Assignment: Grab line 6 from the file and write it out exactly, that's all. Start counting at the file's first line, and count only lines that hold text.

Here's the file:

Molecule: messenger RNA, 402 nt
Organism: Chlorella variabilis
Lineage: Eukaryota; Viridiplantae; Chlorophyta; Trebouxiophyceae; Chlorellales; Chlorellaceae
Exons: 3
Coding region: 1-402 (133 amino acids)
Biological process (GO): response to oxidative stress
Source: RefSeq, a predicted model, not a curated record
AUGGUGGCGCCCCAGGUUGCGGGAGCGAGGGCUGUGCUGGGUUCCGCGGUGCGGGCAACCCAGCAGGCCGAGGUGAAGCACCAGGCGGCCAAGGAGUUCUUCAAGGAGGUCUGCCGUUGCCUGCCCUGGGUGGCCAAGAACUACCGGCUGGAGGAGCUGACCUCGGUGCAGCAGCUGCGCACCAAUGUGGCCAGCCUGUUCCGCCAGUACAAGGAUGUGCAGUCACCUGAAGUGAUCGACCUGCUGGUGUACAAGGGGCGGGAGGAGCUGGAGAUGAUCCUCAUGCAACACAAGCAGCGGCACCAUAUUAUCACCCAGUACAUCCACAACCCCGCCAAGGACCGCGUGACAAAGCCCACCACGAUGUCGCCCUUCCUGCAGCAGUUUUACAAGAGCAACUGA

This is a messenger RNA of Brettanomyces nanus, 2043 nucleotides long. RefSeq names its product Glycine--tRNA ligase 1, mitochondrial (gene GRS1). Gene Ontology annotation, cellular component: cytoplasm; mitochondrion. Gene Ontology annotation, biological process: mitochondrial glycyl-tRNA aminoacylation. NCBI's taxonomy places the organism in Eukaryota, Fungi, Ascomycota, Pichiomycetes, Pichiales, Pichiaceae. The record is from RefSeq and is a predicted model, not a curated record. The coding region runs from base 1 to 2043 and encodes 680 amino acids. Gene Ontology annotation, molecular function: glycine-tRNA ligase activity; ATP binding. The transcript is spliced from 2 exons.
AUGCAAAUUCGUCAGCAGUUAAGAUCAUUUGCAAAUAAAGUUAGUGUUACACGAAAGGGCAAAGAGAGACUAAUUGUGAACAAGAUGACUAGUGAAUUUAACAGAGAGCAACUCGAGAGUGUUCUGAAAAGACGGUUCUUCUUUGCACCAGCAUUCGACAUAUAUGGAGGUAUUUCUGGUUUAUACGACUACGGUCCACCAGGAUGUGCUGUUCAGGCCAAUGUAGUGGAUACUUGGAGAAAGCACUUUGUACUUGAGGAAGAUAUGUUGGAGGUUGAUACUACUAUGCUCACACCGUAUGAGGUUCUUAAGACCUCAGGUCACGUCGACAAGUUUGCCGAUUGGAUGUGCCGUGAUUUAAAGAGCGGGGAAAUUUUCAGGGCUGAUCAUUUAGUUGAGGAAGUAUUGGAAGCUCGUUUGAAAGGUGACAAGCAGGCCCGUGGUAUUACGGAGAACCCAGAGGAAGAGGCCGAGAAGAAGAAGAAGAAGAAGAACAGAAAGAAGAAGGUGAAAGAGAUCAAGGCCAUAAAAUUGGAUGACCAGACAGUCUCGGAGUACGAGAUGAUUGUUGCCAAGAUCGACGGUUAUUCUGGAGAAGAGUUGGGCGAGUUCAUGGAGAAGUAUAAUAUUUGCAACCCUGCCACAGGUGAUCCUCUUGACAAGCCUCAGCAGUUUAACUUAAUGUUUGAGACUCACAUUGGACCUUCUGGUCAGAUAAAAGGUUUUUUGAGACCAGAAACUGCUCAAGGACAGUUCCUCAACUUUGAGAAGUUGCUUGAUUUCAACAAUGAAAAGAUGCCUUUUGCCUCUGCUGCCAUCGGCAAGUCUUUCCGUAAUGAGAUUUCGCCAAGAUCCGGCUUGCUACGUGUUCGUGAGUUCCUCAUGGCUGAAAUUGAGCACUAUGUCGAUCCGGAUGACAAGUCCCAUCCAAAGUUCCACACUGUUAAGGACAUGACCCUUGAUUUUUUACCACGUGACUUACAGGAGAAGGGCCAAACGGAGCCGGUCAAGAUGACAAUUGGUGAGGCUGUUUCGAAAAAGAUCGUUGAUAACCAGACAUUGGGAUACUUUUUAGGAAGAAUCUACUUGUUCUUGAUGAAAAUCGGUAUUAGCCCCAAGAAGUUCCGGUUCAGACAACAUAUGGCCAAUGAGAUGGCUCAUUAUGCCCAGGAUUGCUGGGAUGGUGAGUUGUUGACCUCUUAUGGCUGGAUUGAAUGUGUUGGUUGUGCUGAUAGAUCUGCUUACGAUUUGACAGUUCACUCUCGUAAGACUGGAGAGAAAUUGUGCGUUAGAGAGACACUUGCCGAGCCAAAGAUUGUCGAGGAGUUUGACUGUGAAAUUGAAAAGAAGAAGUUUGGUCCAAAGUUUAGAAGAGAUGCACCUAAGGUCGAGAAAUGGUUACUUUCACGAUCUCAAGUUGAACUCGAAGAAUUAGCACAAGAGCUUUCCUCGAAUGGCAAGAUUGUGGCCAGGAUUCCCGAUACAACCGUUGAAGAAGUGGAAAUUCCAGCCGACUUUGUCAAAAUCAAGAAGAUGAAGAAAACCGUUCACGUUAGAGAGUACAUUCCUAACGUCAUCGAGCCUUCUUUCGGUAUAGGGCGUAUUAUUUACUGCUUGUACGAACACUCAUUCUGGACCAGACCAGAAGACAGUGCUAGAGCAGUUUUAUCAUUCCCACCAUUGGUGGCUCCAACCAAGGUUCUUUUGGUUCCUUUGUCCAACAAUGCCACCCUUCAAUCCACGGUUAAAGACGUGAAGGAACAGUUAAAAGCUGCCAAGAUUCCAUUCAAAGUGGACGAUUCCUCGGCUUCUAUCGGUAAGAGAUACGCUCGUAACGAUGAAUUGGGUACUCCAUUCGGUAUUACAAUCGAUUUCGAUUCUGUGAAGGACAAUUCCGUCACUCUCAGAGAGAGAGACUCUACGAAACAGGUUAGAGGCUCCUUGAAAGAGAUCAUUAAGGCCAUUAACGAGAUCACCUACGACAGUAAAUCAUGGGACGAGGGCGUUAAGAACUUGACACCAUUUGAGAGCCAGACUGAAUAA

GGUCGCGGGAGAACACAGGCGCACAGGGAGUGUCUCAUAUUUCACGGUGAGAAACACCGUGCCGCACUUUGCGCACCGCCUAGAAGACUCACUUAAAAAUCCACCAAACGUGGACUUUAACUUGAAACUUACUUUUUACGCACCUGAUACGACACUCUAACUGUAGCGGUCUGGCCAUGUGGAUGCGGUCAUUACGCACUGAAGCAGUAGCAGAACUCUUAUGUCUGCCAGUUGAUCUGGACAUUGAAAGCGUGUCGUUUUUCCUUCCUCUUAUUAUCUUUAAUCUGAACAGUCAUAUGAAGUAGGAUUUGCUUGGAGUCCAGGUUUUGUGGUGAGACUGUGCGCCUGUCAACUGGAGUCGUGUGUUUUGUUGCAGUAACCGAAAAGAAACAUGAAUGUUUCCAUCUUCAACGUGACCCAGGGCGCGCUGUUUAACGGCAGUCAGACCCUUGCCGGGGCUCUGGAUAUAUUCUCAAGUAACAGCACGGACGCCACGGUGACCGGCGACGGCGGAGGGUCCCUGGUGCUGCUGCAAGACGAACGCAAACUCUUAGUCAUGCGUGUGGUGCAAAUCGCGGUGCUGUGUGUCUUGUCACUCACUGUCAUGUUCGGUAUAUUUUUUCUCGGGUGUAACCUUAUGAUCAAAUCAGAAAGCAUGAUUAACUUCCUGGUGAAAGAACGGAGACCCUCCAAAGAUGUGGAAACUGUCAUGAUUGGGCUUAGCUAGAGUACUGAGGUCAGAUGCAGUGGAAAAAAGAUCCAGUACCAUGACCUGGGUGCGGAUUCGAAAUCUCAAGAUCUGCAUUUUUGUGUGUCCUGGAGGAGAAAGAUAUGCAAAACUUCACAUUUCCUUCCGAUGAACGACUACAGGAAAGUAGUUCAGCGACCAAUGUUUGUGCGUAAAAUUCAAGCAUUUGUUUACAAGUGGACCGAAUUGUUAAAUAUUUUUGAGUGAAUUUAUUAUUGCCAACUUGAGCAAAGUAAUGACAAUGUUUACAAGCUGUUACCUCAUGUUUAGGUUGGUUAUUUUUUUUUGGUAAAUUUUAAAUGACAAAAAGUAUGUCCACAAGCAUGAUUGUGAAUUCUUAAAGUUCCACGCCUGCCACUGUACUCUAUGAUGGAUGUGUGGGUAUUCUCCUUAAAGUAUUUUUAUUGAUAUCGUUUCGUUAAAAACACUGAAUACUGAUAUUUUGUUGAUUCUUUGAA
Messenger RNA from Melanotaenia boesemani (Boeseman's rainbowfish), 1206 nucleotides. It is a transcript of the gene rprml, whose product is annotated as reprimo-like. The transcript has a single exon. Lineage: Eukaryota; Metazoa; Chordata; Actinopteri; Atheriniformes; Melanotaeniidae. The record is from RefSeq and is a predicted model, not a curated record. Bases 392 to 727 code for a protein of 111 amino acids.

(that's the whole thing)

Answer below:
Biological process (GO): response to oxidative stress